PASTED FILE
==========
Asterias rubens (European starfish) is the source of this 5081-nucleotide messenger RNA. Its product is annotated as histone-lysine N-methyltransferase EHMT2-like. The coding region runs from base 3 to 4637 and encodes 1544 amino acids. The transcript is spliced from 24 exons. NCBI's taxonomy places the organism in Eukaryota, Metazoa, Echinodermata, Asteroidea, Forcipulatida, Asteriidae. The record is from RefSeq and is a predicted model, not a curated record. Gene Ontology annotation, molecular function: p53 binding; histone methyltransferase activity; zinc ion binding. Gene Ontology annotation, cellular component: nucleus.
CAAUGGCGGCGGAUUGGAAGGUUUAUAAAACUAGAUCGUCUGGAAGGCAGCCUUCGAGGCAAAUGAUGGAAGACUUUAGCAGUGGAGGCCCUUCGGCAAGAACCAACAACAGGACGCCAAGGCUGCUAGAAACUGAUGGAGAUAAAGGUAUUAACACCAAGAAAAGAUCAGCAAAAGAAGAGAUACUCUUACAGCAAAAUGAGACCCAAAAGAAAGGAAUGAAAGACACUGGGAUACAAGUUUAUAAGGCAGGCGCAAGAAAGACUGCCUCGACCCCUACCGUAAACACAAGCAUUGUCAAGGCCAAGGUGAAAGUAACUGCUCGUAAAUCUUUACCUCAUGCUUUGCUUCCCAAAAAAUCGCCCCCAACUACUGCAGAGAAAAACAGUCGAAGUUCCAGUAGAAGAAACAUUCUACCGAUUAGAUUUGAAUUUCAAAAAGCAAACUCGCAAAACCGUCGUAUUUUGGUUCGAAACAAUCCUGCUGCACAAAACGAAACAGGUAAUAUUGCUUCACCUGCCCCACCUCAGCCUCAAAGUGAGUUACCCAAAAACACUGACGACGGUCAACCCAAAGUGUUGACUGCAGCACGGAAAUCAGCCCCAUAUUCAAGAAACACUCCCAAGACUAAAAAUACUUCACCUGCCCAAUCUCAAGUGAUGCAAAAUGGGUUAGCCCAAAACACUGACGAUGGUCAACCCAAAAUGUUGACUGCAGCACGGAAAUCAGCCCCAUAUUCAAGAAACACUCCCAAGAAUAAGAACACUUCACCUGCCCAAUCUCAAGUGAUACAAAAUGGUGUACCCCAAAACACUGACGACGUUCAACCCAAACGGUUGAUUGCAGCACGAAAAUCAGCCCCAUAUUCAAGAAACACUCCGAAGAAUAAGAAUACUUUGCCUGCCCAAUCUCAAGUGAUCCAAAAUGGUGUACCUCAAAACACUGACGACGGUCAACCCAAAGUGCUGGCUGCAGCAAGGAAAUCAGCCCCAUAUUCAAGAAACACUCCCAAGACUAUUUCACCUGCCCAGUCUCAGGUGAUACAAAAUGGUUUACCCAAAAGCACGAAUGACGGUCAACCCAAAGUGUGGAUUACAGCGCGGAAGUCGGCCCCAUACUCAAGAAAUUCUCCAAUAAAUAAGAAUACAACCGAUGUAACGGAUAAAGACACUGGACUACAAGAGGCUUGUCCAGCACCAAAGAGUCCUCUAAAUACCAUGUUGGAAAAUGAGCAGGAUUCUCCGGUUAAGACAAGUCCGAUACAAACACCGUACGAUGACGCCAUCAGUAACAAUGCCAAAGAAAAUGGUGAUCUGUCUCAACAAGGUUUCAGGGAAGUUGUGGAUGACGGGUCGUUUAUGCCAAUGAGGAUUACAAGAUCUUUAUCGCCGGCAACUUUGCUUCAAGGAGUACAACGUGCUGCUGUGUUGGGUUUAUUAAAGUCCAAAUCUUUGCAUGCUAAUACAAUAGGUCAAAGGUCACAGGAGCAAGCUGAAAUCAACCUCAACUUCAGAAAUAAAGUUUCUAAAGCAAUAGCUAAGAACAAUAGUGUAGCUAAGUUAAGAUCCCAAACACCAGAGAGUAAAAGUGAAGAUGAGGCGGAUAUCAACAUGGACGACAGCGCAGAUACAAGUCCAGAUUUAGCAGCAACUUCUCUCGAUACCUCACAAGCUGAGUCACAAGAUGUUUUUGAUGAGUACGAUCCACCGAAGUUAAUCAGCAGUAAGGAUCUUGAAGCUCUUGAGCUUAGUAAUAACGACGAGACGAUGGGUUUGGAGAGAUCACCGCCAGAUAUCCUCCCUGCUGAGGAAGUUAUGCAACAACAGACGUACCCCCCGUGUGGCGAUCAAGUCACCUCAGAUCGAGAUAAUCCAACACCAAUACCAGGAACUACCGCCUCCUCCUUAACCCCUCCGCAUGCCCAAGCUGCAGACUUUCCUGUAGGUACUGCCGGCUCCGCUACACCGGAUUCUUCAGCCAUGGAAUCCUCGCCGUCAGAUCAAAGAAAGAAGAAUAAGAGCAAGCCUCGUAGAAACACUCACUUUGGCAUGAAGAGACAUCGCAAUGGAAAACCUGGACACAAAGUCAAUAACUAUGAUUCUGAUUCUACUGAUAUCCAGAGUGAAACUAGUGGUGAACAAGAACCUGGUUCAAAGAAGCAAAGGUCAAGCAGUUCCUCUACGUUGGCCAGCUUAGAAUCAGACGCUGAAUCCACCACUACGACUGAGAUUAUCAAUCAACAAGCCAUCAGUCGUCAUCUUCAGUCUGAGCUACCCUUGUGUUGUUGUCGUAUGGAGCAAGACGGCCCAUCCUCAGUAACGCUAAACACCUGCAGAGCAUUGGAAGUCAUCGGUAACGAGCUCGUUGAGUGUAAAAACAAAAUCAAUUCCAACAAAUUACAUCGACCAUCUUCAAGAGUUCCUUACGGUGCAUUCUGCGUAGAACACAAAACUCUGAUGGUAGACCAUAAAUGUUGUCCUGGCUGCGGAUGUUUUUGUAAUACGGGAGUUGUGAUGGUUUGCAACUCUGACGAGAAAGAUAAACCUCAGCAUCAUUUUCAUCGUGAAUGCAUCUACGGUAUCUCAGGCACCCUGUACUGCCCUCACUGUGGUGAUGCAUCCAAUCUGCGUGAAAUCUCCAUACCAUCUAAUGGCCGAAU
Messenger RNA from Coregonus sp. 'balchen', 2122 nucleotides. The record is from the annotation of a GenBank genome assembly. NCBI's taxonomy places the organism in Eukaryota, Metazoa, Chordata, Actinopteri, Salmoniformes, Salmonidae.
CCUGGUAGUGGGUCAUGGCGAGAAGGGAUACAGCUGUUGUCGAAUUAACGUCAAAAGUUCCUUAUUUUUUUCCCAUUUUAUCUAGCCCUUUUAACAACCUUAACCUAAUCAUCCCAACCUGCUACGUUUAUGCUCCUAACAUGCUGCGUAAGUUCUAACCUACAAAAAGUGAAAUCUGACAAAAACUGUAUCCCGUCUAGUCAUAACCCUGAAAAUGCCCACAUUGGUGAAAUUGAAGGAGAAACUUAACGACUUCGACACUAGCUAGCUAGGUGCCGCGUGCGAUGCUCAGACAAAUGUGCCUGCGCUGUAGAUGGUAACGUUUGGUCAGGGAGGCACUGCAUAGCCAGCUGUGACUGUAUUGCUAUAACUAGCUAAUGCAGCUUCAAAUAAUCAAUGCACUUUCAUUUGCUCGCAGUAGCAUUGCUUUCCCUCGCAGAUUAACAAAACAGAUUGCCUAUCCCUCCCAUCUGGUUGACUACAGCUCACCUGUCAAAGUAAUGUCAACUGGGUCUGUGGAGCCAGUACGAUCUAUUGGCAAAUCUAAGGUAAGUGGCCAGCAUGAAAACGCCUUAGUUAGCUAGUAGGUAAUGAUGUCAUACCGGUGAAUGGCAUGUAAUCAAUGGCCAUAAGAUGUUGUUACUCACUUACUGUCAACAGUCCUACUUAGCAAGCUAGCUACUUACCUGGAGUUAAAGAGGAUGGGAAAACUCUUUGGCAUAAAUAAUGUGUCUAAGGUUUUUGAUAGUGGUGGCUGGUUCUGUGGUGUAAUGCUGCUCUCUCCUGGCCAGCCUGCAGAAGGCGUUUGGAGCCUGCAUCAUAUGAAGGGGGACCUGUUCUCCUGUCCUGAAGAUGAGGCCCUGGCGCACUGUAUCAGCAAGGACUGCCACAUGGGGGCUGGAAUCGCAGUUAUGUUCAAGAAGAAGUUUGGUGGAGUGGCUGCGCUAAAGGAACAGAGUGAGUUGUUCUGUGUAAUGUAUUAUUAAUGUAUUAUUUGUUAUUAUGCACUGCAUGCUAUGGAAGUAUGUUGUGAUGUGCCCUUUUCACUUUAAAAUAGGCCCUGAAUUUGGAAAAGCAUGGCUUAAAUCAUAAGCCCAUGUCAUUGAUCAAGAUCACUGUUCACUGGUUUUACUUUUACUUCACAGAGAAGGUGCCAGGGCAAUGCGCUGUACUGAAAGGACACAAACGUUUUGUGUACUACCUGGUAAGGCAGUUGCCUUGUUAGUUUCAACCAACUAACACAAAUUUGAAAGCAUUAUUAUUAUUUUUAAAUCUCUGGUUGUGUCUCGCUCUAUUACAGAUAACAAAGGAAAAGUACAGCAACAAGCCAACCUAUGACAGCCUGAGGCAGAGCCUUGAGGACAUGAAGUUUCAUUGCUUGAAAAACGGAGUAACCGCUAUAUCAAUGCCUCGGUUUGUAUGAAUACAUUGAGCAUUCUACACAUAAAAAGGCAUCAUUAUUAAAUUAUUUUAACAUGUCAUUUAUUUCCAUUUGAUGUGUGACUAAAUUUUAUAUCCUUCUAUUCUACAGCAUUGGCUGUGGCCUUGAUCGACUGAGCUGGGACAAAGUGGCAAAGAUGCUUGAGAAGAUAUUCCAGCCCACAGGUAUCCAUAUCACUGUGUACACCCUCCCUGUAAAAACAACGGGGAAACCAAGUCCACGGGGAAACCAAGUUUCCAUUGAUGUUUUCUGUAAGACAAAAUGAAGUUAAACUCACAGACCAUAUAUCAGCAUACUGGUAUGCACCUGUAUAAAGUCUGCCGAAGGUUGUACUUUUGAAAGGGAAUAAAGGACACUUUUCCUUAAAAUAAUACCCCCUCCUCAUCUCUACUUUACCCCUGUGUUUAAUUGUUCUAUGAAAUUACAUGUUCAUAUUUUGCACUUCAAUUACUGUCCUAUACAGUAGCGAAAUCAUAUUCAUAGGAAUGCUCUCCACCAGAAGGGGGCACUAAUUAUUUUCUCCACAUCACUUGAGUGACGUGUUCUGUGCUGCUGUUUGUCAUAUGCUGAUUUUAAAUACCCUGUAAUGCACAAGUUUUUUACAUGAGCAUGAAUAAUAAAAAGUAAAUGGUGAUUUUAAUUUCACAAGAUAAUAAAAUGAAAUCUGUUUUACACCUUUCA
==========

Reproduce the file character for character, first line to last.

Asterias rubens (European starfish) is the source of this 5081-nucleotide messenger RNA. Its product is annotated as histone-lysine N-methyltransferase EHMT2-like. The coding region runs from base 3 to 4637 and encodes 1544 amino acids. The transcript is spliced from 24 exons. NCBI's taxonomy places the organism in Eukaryota, Metazoa, Echinodermata, Asteroidea, Forcipulatida, Asteriidae. The record is from RefSeq and is a predicted model, not a curated record. Gene Ontology annotation, molecular function: p53 binding; histone methyltransferase activity; zinc ion binding. Gene Ontology annotation, cellular component: nucleus.
CAAUGGCGGCGGAUUGGAAGGUUUAUAAAACUAGAUCGUCUGGAAGGCAGCCUUCGAGGCAAAUGAUGGAAGACUUUAGCAGUGGAGGCCCUUCGGCAAGAACCAACAACAGGACGCCAAGGCUGCUAGAAACUGAUGGAGAUAAAGGUAUUAACACCAAGAAAAGAUCAGCAAAAGAAGAGAUACUCUUACAGCAAAAUGAGACCCAAAAGAAAGGAAUGAAAGACACUGGGAUACAAGUUUAUAAGGCAGGCGCAAGAAAGACUGCCUCGACCCCUACCGUAAACACAAGCAUUGUCAAGGCCAAGGUGAAAGUAACUGCUCGUAAAUCUUUACCUCAUGCUUUGCUUCCCAAAAAAUCGCCCCCAACUACUGCAGAGAAAAACAGUCGAAGUUCCAGUAGAAGAAACAUUCUACCGAUUAGAUUUGAAUUUCAAAAAGCAAACUCGCAAAACCGUCGUAUUUUGGUUCGAAACAAUCCUGCUGCACAAAACGAAACAGGUAAUAUUGCUUCACCUGCCCCACCUCAGCCUCAAAGUGAGUUACCCAAAAACACUGACGACGGUCAACCCAAAGUGUUGACUGCAGCACGGAAAUCAGCCCCAUAUUCAAGAAACACUCCCAAGACUAAAAAUACUUCACCUGCCCAAUCUCAAGUGAUGCAAAAUGGGUUAGCCCAAAACACUGACGAUGGUCAACCCAAAAUGUUGACUGCAGCACGGAAAUCAGCCCCAUAUUCAAGAAACACUCCCAAGAAUAAGAACACUUCACCUGCCCAAUCUCAAGUGAUACAAAAUGGUGUACCCCAAAACACUGACGACGUUCAACCCAAACGGUUGAUUGCAGCACGAAAAUCAGCCCCAUAUUCAAGAAACACUCCGAAGAAUAAGAAUACUUUGCCUGCCCAAUCUCAAGUGAUCCAAAAUGGUGUACCUCAAAACACUGACGACGGUCAACCCAAAGUGCUGGCUGCAGCAAGGAAAUCAGCCCCAUAUUCAAGAAACACUCCCAAGACUAUUUCACCUGCCCAGUCUCAGGUGAUACAAAAUGGUUUACCCAAAAGCACGAAUGACGGUCAACCCAAAGUGUGGAUUACAGCGCGGAAGUCGGCCCCAUACUCAAGAAAUUCUCCAAUAAAUAAGAAUACAACCGAUGUAACGGAUAAAGACACUGGACUACAAGAGGCUUGUCCAGCACCAAAGAGUCCUCUAAAUACCAUGUUGGAAAAUGAGCAGGAUUCUCCGGUUAAGACAAGUCCGAUACAAACACCGUACGAUGACGCCAUCAGUAACAAUGCCAAAGAAAAUGGUGAUCUGUCUCAACAAGGUUUCAGGGAAGUUGUGGAUGACGGGUCGUUUAUGCCAAUGAGGAUUACAAGAUCUUUAUCGCCGGCAACUUUGCUUCAAGGAGUACAACGUGCUGCUGUGUUGGGUUUAUUAAAGUCCAAAUCUUUGCAUGCUAAUACAAUAGGUCAAAGGUCACAGGAGCAAGCUGAAAUCAACCUCAACUUCAGAAAUAAAGUUUCUAAAGCAAUAGCUAAGAACAAUAGUGUAGCUAAGUUAAGAUCCCAAACACCAGAGAGUAAAAGUGAAGAUGAGGCGGAUAUCAACAUGGACGACAGCGCAGAUACAAGUCCAGAUUUAGCAGCAACUUCUCUCGAUACCUCACAAGCUGAGUCACAAGAUGUUUUUGAUGAGUACGAUCCACCGAAGUUAAUCAGCAGUAAGGAUCUUGAAGCUCUUGAGCUUAGUAAUAACGACGAGACGAUGGGUUUGGAGAGAUCACCGCCAGAUAUCCUCCCUGCUGAGGAAGUUAUGCAACAACAGACGUACCCCCCGUGUGGCGAUCAAGUCACCUCAGAUCGAGAUAAUCCAACACCAAUACCAGGAACUACCGCCUCCUCCUUAACCCCUCCGCAUGCCCAAGCUGCAGACUUUCCUGUAGGUACUGCCGGCUCCGCUACACCGGAUUCUUCAGCCAUGGAAUCCUCGCCGUCAGAUCAAAGAAAGAAGAAUAAGAGCAAGCCUCGUAGAAACACUCACUUUGGCAUGAAGAGACAUCGCAAUGGAAAACCUGGACACAAAGUCAAUAACUAUGAUUCUGAUUCUACUGAUAUCCAGAGUGAAACUAGUGGUGAACAAGAACCUGGUUCAAAGAAGCAAAGGUCAAGCAGUUCCUCUACGUUGGCCAGCUUAGAAUCAGACGCUGAAUCCACCACUACGACUGAGAUUAUCAAUCAACAAGCCAUCAGUCGUCAUCUUCAGUCUGAGCUACCCUUGUGUUGUUGUCGUAUGGAGCAAGACGGCCCAUCCUCAGUAACGCUAAACACCUGCAGAGCAUUGGAAGUCAUCGGUAACGAGCUCGUUGAGUGUAAAAACAAAAUCAAUUCCAACAAAUUACAUCGACCAUCUUCAAGAGUUCCUUACGGUGCAUUCUGCGUAGAACACAAAACUCUGAUGGUAGACCAUAAAUGUUGUCCUGGCUGCGGAUGUUUUUGUAAUACGGGAGUUGUGAUGGUUUGCAACUCUGACGAGAAAGAUAAACCUCAGCAUCAUUUUCAUCGUGAAUGCAUCUACGGUAUCUCAGGCACCCUGUACUGCCCUCACUGUGGUGAUGCAUCCAAUCUGCGUGAAAUCUCCAUACCAUCUAAUGGCCGAAU
Messenger RNA from Coregonus sp. 'balchen', 2122 nucleotides. The record is from the annotation of a GenBank genome assembly. NCBI's taxonomy places the organism in Eukaryota, Metazoa, Chordata, Actinopteri, Salmoniformes, Salmonidae.
CCUGGUAGUGGGUCAUGGCGAGAAGGGAUACAGCUGUUGUCGAAUUAACGUCAAAAGUUCCUUAUUUUUUUCCCAUUUUAUCUAGCCCUUUUAACAACCUUAACCUAAUCAUCCCAACCUGCUACGUUUAUGCUCCUAACAUGCUGCGUAAGUUCUAACCUACAAAAAGUGAAAUCUGACAAAAACUGUAUCCCGUCUAGUCAUAACCCUGAAAAUGCCCACAUUGGUGAAAUUGAAGGAGAAACUUAACGACUUCGACACUAGCUAGCUAGGUGCCGCGUGCGAUGCUCAGACAAAUGUGCCUGCGCUGUAGAUGGUAACGUUUGGUCAGGGAGGCACUGCAUAGCCAGCUGUGACUGUAUUGCUAUAACUAGCUAAUGCAGCUUCAAAUAAUCAAUGCACUUUCAUUUGCUCGCAGUAGCAUUGCUUUCCCUCGCAGAUUAACAAAACAGAUUGCCUAUCCCUCCCAUCUGGUUGACUACAGCUCACCUGUCAAAGUAAUGUCAACUGGGUCUGUGGAGCCAGUACGAUCUAUUGGCAAAUCUAAGGUAAGUGGCCAGCAUGAAAACGCCUUAGUUAGCUAGUAGGUAAUGAUGUCAUACCGGUGAAUGGCAUGUAAUCAAUGGCCAUAAGAUGUUGUUACUCACUUACUGUCAACAGUCCUACUUAGCAAGCUAGCUACUUACCUGGAGUUAAAGAGGAUGGGAAAACUCUUUGGCAUAAAUAAUGUGUCUAAGGUUUUUGAUAGUGGUGGCUGGUUCUGUGGUGUAAUGCUGCUCUCUCCUGGCCAGCCUGCAGAAGGCGUUUGGAGCCUGCAUCAUAUGAAGGGGGACCUGUUCUCCUGUCCUGAAGAUGAGGCCCUGGCGCACUGUAUCAGCAAGGACUGCCACAUGGGGGCUGGAAUCGCAGUUAUGUUCAAGAAGAAGUUUGGUGGAGUGGCUGCGCUAAAGGAACAGAGUGAGUUGUUCUGUGUAAUGUAUUAUUAAUGUAUUAUUUGUUAUUAUGCACUGCAUGCUAUGGAAGUAUGUUGUGAUGUGCCCUUUUCACUUUAAAAUAGGCCCUGAAUUUGGAAAAGCAUGGCUUAAAUCAUAAGCCCAUGUCAUUGAUCAAGAUCACUGUUCACUGGUUUUACUUUUACUUCACAGAGAAGGUGCCAGGGCAAUGCGCUGUACUGAAAGGACACAAACGUUUUGUGUACUACCUGGUAAGGCAGUUGCCUUGUUAGUUUCAACCAACUAACACAAAUUUGAAAGCAUUAUUAUUAUUUUUAAAUCUCUGGUUGUGUCUCGCUCUAUUACAGAUAACAAAGGAAAAGUACAGCAACAAGCCAACCUAUGACAGCCUGAGGCAGAGCCUUGAGGACAUGAAGUUUCAUUGCUUGAAAAACGGAGUAACCGCUAUAUCAAUGCCUCGGUUUGUAUGAAUACAUUGAGCAUUCUACACAUAAAAAGGCAUCAUUAUUAAAUUAUUUUAACAUGUCAUUUAUUUCCAUUUGAUGUGUGACUAAAUUUUAUAUCCUUCUAUUCUACAGCAUUGGCUGUGGCCUUGAUCGACUGAGCUGGGACAAAGUGGCAAAGAUGCUUGAGAAGAUAUUCCAGCCCACAGGUAUCCAUAUCACUGUGUACACCCUCCCUGUAAAAACAACGGGGAAACCAAGUCCACGGGGAAACCAAGUUUCCAUUGAUGUUUUCUGUAAGACAAAAUGAAGUUAAACUCACAGACCAUAUAUCAGCAUACUGGUAUGCACCUGUAUAAAGUCUGCCGAAGGUUGUACUUUUGAAAGGGAAUAAAGGACACUUUUCCUUAAAAUAAUACCCCCUCCUCAUCUCUACUUUACCCCUGUGUUUAAUUGUUCUAUGAAAUUACAUGUUCAUAUUUUGCACUUCAAUUACUGUCCUAUACAGUAGCGAAAUCAUAUUCAUAGGAAUGCUCUCCACCAGAAGGGGGCACUAAUUAUUUUCUCCACAUCACUUGAGUGACGUGUUCUGUGCUGCUGUUUGUCAUAUGCUGAUUUUAAAUACCCUGUAAUGCACAAGUUUUUUACAUGAGCAUGAAUAAUAAAAAGUAAAUGGUGAUUUUAAUUUCACAAGAUAAUAAAAUGAAAUCUGUUUUACACCUUUCA